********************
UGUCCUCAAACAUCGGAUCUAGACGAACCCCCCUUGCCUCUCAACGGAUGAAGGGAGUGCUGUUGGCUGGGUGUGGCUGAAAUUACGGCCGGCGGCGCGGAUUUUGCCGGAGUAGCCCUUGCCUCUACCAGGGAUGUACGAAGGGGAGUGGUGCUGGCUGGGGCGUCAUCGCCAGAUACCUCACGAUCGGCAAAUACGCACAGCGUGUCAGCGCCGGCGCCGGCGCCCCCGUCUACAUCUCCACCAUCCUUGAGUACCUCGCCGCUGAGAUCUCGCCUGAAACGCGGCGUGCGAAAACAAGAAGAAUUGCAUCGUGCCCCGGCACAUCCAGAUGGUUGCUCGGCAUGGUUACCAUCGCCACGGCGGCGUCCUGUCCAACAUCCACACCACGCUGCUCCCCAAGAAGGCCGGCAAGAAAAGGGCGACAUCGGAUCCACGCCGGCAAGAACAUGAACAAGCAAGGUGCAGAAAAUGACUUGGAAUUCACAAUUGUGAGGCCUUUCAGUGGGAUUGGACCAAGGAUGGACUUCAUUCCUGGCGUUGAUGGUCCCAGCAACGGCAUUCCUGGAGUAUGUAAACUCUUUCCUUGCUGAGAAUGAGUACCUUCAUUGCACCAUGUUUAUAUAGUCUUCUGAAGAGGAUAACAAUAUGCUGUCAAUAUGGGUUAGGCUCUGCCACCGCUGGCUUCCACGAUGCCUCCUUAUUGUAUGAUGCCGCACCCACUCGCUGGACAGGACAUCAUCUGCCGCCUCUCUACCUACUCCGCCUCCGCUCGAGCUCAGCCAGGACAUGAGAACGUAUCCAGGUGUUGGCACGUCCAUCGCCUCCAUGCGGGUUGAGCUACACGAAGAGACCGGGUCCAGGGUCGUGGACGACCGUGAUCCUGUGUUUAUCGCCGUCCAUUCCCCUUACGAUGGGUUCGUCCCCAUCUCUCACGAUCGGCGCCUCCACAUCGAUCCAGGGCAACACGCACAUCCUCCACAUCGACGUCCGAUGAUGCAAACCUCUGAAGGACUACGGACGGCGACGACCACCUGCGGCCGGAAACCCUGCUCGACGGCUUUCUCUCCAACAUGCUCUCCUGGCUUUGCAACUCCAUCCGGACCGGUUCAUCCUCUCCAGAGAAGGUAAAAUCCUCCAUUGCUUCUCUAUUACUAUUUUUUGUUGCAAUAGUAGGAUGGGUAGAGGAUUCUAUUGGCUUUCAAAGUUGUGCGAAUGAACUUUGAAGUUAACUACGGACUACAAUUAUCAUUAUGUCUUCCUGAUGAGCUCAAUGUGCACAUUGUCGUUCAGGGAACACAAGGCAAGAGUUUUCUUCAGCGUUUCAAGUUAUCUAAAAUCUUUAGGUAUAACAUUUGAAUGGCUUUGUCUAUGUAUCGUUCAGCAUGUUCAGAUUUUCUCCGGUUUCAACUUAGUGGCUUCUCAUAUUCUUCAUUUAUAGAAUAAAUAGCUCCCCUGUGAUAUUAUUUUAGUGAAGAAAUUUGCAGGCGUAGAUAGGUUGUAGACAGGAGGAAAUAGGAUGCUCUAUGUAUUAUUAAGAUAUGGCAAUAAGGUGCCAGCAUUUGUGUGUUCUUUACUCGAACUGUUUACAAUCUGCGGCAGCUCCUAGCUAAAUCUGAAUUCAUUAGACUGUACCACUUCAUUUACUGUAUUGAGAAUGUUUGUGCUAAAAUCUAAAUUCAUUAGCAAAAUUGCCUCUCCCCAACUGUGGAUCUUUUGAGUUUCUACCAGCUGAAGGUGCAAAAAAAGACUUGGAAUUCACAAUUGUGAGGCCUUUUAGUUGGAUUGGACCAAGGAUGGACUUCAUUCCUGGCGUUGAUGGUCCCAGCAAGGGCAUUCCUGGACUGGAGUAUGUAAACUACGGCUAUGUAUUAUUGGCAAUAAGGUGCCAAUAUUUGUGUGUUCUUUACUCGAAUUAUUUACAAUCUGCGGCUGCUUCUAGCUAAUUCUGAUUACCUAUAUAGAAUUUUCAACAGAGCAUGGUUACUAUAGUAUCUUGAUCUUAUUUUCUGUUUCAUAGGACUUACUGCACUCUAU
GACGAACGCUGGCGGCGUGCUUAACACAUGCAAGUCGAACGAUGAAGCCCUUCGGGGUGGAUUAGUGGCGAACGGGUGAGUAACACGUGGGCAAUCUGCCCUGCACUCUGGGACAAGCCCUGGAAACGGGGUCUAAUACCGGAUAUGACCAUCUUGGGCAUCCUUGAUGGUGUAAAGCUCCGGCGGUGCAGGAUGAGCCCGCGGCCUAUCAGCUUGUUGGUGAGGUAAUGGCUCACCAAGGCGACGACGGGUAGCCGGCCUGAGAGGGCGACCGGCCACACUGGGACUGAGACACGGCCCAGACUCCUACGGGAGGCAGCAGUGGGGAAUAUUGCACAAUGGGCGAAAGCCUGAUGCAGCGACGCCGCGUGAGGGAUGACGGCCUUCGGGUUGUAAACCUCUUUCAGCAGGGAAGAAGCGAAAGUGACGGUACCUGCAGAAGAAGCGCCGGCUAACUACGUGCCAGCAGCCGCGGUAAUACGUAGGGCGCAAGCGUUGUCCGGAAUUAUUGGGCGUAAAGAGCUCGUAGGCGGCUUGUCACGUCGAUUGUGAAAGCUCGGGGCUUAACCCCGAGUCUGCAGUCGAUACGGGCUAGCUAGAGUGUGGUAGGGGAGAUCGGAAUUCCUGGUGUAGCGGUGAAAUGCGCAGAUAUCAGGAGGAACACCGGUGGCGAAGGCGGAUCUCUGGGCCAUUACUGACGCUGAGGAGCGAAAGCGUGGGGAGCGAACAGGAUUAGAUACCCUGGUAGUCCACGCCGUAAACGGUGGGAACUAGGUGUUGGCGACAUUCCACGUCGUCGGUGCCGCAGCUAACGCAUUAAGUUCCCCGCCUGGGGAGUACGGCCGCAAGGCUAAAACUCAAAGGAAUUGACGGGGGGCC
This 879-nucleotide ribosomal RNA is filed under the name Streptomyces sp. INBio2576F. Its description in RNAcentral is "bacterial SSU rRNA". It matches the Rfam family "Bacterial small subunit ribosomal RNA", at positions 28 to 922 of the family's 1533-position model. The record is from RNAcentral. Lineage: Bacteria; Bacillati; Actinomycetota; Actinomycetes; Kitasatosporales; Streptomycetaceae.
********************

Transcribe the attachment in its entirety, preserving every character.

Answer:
UGUCCUCAAACAUCGGAUCUAGACGAACCCCCCUUGCCUCUCAACGGAUGAAGGGAGUGCUGUUGGCUGGGUGUGGCUGAAAUUACGGCCGGCGGCGCGGAUUUUGCCGGAGUAGCCCUUGCCUCUACCAGGGAUGUACGAAGGGGAGUGGUGCUGGCUGGGGCGUCAUCGCCAGAUACCUCACGAUCGGCAAAUACGCACAGCGUGUCAGCGCCGGCGCCGGCGCCCCCGUCUACAUCUCCACCAUCCUUGAGUACCUCGCCGCUGAGAUCUCGCCUGAAACGCGGCGUGCGAAAACAAGAAGAAUUGCAUCGUGCCCCGGCACAUCCAGAUGGUUGCUCGGCAUGGUUACCAUCGCCACGGCGGCGUCCUGUCCAACAUCCACACCACGCUGCUCCCCAAGAAGGCCGGCAAGAAAAGGGCGACAUCGGAUCCACGCCGGCAAGAACAUGAACAAGCAAGGUGCAGAAAAUGACUUGGAAUUCACAAUUGUGAGGCCUUUCAGUGGGAUUGGACCAAGGAUGGACUUCAUUCCUGGCGUUGAUGGUCCCAGCAACGGCAUUCCUGGAGUAUGUAAACUCUUUCCUUGCUGAGAAUGAGUACCUUCAUUGCACCAUGUUUAUAUAGUCUUCUGAAGAGGAUAACAAUAUGCUGUCAAUAUGGGUUAGGCUCUGCCACCGCUGGCUUCCACGAUGCCUCCUUAUUGUAUGAUGCCGCACCCACUCGCUGGACAGGACAUCAUCUGCCGCCUCUCUACCUACUCCGCCUCCGCUCGAGCUCAGCCAGGACAUGAGAACGUAUCCAGGUGUUGGCACGUCCAUCGCCUCCAUGCGGGUUGAGCUACACGAAGAGACCGGGUCCAGGGUCGUGGACGACCGUGAUCCUGUGUUUAUCGCCGUCCAUUCCCCUUACGAUGGGUUCGUCCCCAUCUCUCACGAUCGGCGCCUCCACAUCGAUCCAGGGCAACACGCACAUCCUCCACAUCGACGUCCGAUGAUGCAAACCUCUGAAGGACUACGGACGGCGACGACCACCUGCGGCCGGAAACCCUGCUCGACGGCUUUCUCUCCAACAUGCUCUCCUGGCUUUGCAACUCCAUCCGGACCGGUUCAUCCUCUCCAGAGAAGGUAAAAUCCUCCAUUGCUUCUCUAUUACUAUUUUUUGUUGCAAUAGUAGGAUGGGUAGAGGAUUCUAUUGGCUUUCAAAGUUGUGCGAAUGAACUUUGAAGUUAACUACGGACUACAAUUAUCAUUAUGUCUUCCUGAUGAGCUCAAUGUGCACAUUGUCGUUCAGGGAACACAAGGCAAGAGUUUUCUUCAGCGUUUCAAGUUAUCUAAAAUCUUUAGGUAUAACAUUUGAAUGGCUUUGUCUAUGUAUCGUUCAGCAUGUUCAGAUUUUCUCCGGUUUCAACUUAGUGGCUUCUCAUAUUCUUCAUUUAUAGAAUAAAUAGCUCCCCUGUGAUAUUAUUUUAGUGAAGAAAUUUGCAGGCGUAGAUAGGUUGUAGACAGGAGGAAAUAGGAUGCUCUAUGUAUUAUUAAGAUAUGGCAAUAAGGUGCCAGCAUUUGUGUGUUCUUUACUCGAACUGUUUACAAUCUGCGGCAGCUCCUAGCUAAAUCUGAAUUCAUUAGACUGUACCACUUCAUUUACUGUAUUGAGAAUGUUUGUGCUAAAAUCUAAAUUCAUUAGCAAAAUUGCCUCUCCCCAACUGUGGAUCUUUUGAGUUUCUACCAGCUGAAGGUGCAAAAAAAGACUUGGAAUUCACAAUUGUGAGGCCUUUUAGUUGGAUUGGACCAAGGAUGGACUUCAUUCCUGGCGUUGAUGGUCCCAGCAAGGGCAUUCCUGGACUGGAGUAUGUAAACUACGGCUAUGUAUUAUUGGCAAUAAGGUGCCAAUAUUUGUGUGUUCUUUACUCGAAUUAUUUACAAUCUGCGGCUGCUUCUAGCUAAUUCUGAUUACCUAUAUAGAAUUUUCAACAGAGCAUGGUUACUAUAGUAUCUUGAUCUUAUUUUCUGUUUCAUAGGACUUACUGCACUCUAU
GACGAACGCUGGCGGCGUGCUUAACACAUGCAAGUCGAACGAUGAAGCCCUUCGGGGUGGAUUAGUGGCGAACGGGUGAGUAACACGUGGGCAAUCUGCCCUGCACUCUGGGACAAGCCCUGGAAACGGGGUCUAAUACCGGAUAUGACCAUCUUGGGCAUCCUUGAUGGUGUAAAGCUCCGGCGGUGCAGGAUGAGCCCGCGGCCUAUCAGCUUGUUGGUGAGGUAAUGGCUCACCAAGGCGACGACGGGUAGCCGGCCUGAGAGGGCGACCGGCCACACUGGGACUGAGACACGGCCCAGACUCCUACGGGAGGCAGCAGUGGGGAAUAUUGCACAAUGGGCGAAAGCCUGAUGCAGCGACGCCGCGUGAGGGAUGACGGCCUUCGGGUUGUAAACCUCUUUCAGCAGGGAAGAAGCGAAAGUGACGGUACCUGCAGAAGAAGCGCCGGCUAACUACGUGCCAGCAGCCGCGGUAAUACGUAGGGCGCAAGCGUUGUCCGGAAUUAUUGGGCGUAAAGAGCUCGUAGGCGGCUUGUCACGUCGAUUGUGAAAGCUCGGGGCUUAACCCCGAGUCUGCAGUCGAUACGGGCUAGCUAGAGUGUGGUAGGGGAGAUCGGAAUUCCUGGUGUAGCGGUGAAAUGCGCAGAUAUCAGGAGGAACACCGGUGGCGAAGGCGGAUCUCUGGGCCAUUACUGACGCUGAGGAGCGAAAGCGUGGGGAGCGAACAGGAUUAGAUACCCUGGUAGUCCACGCCGUAAACGGUGGGAACUAGGUGUUGGCGACAUUCCACGUCGUCGGUGCCGCAGCUAACGCAUUAAGUUCCCCGCCUGGGGAGUACGGCCGCAAGGCUAAAACUCAAAGGAAUUGACGGGGGGCC
This 879-nucleotide ribosomal RNA is filed under the name Streptomyces sp. INBio2576F. Its description in RNAcentral is "bacterial SSU rRNA". It matches the Rfam family "Bacterial small subunit ribosomal RNA", at positions 28 to 922 of the family's 1533-position model. The record is from RNAcentral. Lineage: Bacteria; Bacillati; Actinomycetota; Actinomycetes; Kitasatosporales; Streptomycetaceae.